JAWS…..THE PLAY?

Jaws (1975), the film that started the blockbuster craze in the mid 1970s — followed  soon thereafter by Star Wars (1977) —  is now the basis of a stage play in the U.K.  Seriously! Not the film itself but the making of the film which stars Ian Shaw as his father Robert Shaw, according to this article.  
 Amazing, isn’t? Apparently, it’s doing quite well and as readers of Lee Marvin Point Blank are fully aware of, Lee Marvin (among others) was first asked to play the Shaw role of the crusty old sea salt, Quint. Director Steven Spielberg apparently also approached Sterling Hayden and got a similiar response from Hayden as he did Marvin. Just one example, by the way, of the appendix I put together of films Marvin turned down, and it is plentiful!

A young, postwar Lee Marvin eyes a fishing boat, probably off the coast of Texas. Could Quint had started this way?



   Marvin was an avid fisherman and turned down the role in hopes of making his own film about deep sea-fishing based on the book Tournament but could not raise the money for it. Publicly he joked that the reason he turned down Jaws was that after reading the script he didn’t want his fishing compadres to laugh at him based on Quint’s outcome. After the film came out and became a monster success, he stuck to his guns stating he felt the film was a small and simple tale of three men in a boat. He may have a point there.  

   The fact that the play is co-written and co-starring Robert Shaw’s son, Ian Shaw, and titled “The Shark is Broken” is rather ironic considering  how Marvin felt about Robert Shaw and that had Marvin accepted the role, the play would never had come about.
When it comes to Marvin’s son (the real one, not the Jim Jarmusch Cabal), Christopher Marvin confided in me that had his father left him a bigger inheritance, he was planning on starting a therapeutic music school for disabled children. Would have been nice. 

Lee Marvin and Michele Triola on the fishing trawler Ngerenghol registered n Koror off the coast of Palau. Looks like the boat in Jaws, doesn’t it?

  • Dwayne Epstein
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MONTE HELLMAN

Monte Hellman, the maverick cult film director at his best in the 1960s and 1970s, passed away recently at the ripe old age of 91. A well written obituary concerning his life and work can be seen here.
Monte Hellman may not seem a likely choice for a blog entry dedicated to the life, career, and legacy of Lee Marvin but there is actually good reason for his inclusion here. Most people do not know that Monte Hellman took over the reigns of the ill-fated Lee Marvin cold war spy triller, Avalanche Express (1979).

Lee Marvin in character as Harry Wargrave, the Monte Hellman completed spy thriller, AVALANCHE EXPRESS.

Consequently, I interviewed Monte Hellman in his home in 1996 and he could not have been nicer, even going so far as making us dinner while we spoke. Most of what he told me went into the book of course but sometimes not everything can fit the narrative. With that in mind, and in tribute to his unsung talent, here exclusively is part of the unused portion of our interview….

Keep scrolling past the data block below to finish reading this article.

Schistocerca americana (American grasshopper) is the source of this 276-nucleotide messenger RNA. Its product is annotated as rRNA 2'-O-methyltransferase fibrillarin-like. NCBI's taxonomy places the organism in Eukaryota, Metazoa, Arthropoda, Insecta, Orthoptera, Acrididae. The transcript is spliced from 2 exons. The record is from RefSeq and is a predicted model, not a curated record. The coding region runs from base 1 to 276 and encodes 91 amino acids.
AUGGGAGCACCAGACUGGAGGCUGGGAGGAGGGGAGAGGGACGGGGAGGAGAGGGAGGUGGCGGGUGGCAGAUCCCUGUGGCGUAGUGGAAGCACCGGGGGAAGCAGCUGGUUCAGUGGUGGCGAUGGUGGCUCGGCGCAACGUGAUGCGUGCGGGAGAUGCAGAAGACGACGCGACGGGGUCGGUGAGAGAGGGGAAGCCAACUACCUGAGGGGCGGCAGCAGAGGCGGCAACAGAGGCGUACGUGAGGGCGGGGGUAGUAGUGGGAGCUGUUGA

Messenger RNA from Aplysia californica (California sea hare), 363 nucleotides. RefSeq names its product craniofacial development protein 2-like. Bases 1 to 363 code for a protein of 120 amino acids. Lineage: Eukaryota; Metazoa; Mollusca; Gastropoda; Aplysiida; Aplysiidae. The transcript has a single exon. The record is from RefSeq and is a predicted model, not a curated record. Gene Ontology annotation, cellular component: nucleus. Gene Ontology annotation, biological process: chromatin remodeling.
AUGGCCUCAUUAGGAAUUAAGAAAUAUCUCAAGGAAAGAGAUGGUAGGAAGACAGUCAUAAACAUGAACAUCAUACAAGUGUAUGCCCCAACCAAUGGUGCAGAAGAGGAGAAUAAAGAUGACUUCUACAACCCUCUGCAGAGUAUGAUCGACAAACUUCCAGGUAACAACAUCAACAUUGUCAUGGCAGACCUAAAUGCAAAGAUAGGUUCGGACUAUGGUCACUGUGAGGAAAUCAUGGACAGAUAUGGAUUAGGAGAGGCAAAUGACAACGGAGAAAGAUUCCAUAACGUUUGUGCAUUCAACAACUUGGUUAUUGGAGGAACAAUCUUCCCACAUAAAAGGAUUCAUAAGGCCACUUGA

Dwayne: I guess the best way to start is to ask you how you got involved in Avalanche Express.
Monte: (Long pause) I had sold a picture to Lorimar. My former attorney, Jack Schwartzman was an executive at Lorimar and they had a problem with the movie in that Mark Robson died before finishing the picture. So, they asked me if I would come in and do the kind of thankless job of finishing the movie.
D: At what point did that take place? Was the film completely done and in post-production or was there a little bit of filming left?
M: No, they had shot 90% of the film.
D: So, it was almost done but not quite.
M: Almost but not quite. Then, what happened was we looked at the footage and decided that there was probably, there were other problems so we actually planned to do quite extensive re-shoot..not re-shoot but shooting of additional material, in addition to what had not been shot. That was eventually cut back from. But I would say we wound up shooting maybe 15% of the picture, as opposed to 10. But the post-production was a major part of the movie as well because there was a lot of special effects.
D: Yeah, with the train going through the mountain passes…
M: Yeah, all the train stuff was..miniature, essentially.
D: You said that there was more problems than you had not anticipated in terms of what was shot..
M: Just that after..we did a kind of a rough assembly and some of the story just didn’t work so well. Some changes were made. One of the things that I did was loop the entire opening sequence that took place in Russia.. All subtitles, thank you. It was actually shot in English and we looped it in Russian with subtitles. It was just because we thought it added a kind of..in reality that’s what they would be speaking. Then they would all speak English when they were out in the middle of the spy world